Monday, September 11, 2017

How to Write Content and Language Objectives

Quick – after you say hello and get your students settled in your classroom and ready to learn, what’s the next thing you should do?  If you said: Go over the written objectives for the lesson, you’re right!

You’re probably familiar with the SWABT formula, which is Students Will Be Able To… do something by the end of the lesson.  Many schools and teachers use this acronym as a guide for writing their objectives.  But what, actually, do you write? That is, how do you phrase your objectives?  And does it really matter?

Well, yes, it does.  If you’re teaching English Language Learners, and most classes in the U.S. have at least one ELL in them so you probably are, then one of the most useful things you can do is write your objectives in a way that tells students what content information they will learn and what language they will need or use to learn it.

Distinguishing between content and language posts is a key part of SIOP, the Sheltered Instruction Observation Protocol.  The book Making Content Comprehensible for English Language Learners: The SIOP Model, explains what SIOP is all about and how to implement it.  (This is an affiliate link. That means that I make a small commission if you purchase this book but it's at no additional cost to you. Thank you for your support!)

After I read it, I revised how I wrote my learning objectives and from then on wrote them according to the format described in the book.  I also designed a short-term training for educators in my former school district about SIOP because I thought the ideas were really helpful for ELLs.  (I wrote a review of the book a few months ago, which you can read here.)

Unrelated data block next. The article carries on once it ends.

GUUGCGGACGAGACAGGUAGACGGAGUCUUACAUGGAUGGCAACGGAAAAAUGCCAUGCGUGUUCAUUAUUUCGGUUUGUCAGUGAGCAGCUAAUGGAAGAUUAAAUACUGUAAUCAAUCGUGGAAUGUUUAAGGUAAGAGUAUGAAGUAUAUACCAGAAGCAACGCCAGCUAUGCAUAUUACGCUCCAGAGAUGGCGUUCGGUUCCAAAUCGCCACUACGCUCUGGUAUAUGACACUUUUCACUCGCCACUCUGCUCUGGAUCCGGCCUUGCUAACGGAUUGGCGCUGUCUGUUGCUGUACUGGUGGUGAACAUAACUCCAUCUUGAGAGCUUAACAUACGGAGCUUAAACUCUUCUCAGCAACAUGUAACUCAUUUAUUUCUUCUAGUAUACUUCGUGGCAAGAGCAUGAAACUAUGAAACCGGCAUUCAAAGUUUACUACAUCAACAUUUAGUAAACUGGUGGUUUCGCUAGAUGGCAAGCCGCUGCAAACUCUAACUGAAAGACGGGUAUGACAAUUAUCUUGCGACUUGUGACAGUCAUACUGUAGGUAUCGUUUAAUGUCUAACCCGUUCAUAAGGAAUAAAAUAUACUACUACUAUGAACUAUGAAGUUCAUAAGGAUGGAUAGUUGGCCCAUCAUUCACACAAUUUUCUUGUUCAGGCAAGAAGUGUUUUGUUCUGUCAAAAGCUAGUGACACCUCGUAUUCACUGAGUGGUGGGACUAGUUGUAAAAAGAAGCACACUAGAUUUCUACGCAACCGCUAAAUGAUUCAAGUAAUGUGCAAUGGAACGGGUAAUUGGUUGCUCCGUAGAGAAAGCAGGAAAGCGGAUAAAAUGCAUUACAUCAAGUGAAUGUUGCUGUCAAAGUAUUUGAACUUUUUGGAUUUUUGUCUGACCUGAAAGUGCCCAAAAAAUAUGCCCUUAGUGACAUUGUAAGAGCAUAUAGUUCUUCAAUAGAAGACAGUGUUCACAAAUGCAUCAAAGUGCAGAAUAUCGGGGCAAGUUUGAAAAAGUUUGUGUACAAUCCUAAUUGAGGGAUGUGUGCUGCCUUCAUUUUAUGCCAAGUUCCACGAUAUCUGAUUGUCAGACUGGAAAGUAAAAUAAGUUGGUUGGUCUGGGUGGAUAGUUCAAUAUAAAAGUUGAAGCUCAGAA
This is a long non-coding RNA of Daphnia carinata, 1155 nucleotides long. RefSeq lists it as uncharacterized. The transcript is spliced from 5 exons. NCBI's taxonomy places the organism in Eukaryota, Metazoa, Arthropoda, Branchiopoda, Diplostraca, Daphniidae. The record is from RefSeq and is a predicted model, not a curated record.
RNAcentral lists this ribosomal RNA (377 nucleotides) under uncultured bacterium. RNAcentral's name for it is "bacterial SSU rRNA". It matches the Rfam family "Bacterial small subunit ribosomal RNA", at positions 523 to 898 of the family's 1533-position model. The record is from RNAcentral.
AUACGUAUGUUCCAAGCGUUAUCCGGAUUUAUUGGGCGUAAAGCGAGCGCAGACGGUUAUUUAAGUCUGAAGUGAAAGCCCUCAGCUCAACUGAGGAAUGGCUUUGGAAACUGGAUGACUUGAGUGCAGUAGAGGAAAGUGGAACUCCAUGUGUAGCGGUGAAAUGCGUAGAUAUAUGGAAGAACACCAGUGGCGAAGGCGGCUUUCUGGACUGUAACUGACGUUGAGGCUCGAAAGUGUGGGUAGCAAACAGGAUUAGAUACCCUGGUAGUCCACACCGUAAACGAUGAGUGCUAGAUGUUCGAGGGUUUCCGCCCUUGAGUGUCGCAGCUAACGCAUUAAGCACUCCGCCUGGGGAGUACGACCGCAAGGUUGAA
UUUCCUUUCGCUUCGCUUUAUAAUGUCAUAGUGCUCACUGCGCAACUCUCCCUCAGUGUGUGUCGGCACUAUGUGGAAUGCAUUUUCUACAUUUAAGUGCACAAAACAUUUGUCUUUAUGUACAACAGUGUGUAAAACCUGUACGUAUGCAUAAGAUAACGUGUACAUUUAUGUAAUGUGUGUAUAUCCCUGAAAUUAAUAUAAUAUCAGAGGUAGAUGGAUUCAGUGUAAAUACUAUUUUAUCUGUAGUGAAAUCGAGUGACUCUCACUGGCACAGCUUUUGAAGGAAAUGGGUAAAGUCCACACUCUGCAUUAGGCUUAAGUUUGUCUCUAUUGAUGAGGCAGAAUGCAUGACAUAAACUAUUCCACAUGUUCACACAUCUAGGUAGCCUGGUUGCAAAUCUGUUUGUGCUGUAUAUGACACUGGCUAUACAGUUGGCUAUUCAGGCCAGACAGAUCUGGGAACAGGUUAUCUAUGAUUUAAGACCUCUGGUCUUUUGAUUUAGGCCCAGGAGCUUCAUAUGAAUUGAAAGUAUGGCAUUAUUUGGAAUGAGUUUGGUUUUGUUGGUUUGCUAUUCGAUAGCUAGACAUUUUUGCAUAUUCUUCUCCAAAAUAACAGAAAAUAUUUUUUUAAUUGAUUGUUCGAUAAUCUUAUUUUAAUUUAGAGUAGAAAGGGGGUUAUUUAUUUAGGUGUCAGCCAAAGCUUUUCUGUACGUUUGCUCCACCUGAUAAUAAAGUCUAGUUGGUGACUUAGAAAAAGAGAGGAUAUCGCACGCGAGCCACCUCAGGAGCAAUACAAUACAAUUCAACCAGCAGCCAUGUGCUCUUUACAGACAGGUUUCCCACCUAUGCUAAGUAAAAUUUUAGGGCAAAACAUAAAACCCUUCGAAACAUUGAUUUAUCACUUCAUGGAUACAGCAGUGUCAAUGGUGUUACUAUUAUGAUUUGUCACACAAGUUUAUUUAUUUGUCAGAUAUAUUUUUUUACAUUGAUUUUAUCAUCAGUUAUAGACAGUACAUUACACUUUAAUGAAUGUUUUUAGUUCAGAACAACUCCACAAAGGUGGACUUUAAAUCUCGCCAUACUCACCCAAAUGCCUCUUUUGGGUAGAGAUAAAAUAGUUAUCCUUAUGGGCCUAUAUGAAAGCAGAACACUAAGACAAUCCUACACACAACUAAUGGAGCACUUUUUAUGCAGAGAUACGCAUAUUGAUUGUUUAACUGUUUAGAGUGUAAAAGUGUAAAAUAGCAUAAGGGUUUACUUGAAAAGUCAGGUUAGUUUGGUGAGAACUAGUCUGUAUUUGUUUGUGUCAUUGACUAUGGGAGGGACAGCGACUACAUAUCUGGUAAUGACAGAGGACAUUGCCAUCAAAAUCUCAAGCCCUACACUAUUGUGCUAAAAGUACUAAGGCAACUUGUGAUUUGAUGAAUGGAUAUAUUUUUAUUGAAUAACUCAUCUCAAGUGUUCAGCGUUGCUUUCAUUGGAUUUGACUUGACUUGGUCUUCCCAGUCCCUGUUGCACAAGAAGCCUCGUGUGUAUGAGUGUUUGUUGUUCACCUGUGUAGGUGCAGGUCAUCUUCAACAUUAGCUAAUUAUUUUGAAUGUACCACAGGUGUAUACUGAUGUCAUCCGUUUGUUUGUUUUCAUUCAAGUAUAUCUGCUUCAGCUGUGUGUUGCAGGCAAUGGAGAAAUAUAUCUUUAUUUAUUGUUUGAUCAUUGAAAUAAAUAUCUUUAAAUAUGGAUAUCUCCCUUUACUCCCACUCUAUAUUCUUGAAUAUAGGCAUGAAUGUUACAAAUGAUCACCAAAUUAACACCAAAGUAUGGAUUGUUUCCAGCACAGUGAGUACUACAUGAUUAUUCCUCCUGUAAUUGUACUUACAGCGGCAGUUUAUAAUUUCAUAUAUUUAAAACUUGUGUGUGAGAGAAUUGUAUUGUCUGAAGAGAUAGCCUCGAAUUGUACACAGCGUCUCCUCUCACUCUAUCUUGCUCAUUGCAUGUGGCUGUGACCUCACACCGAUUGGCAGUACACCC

Why it's important to write both content objectives & language objectives for classes that have ELLs in them and how to write these learning objectives |The ESL Nexus
I have the 1st edition of the book, shown above; source: The ESL Nexus
So what does it mean to write content objectives and language objectives?  First, let’s define what those terms mean.  There may be different definitions but for me, content objectives are what students are going to learn – it’s the information about a topic or the subject matter knowledge.  The language objectives are the means by which students will learn the information, or the actual language concepts that are being taught.  In other words, the language objectives can be, for example, the grammar structures or vocabulary words students are learning; or they can be strategies for doing the content, such as working with a partner to peer edit a piece of writing.  I like to think of content objectives as the WHAT and language objectives as the HOW.

Why it's important to write both content objectives & language objectives for classes that have ELLs in them and how to write these learning objectives |The ESL Nexus
Types of learning objectives, based on SIOP; source: The ESL Nexus
But where do you get these objectives from?  Content objectives come from your content standards or frameworks; language objectives come from your ESL standards or framework.  Every U.S. state has ESL standards; 37 states and territories are members of the WIDA Consortium, 7 states are members of the ELPA21 Consortium, and the remaining states have their own ESL standards.  Likewise, every state also has content standards for core academic subjects, which may or may not be unique to a state.  The Common Core State Standards for Language Arts and Math standards adopted by many states if they didn’t write their own; the Next Generation Science Standards are for science; and the College, Career, and Civic Life (C3) Framework for Social Studies State Standards addresses social studies.  States also have their own standards for many specialist subjects such as art, technology, and health.  Other countries also have standards for teaching ELLs.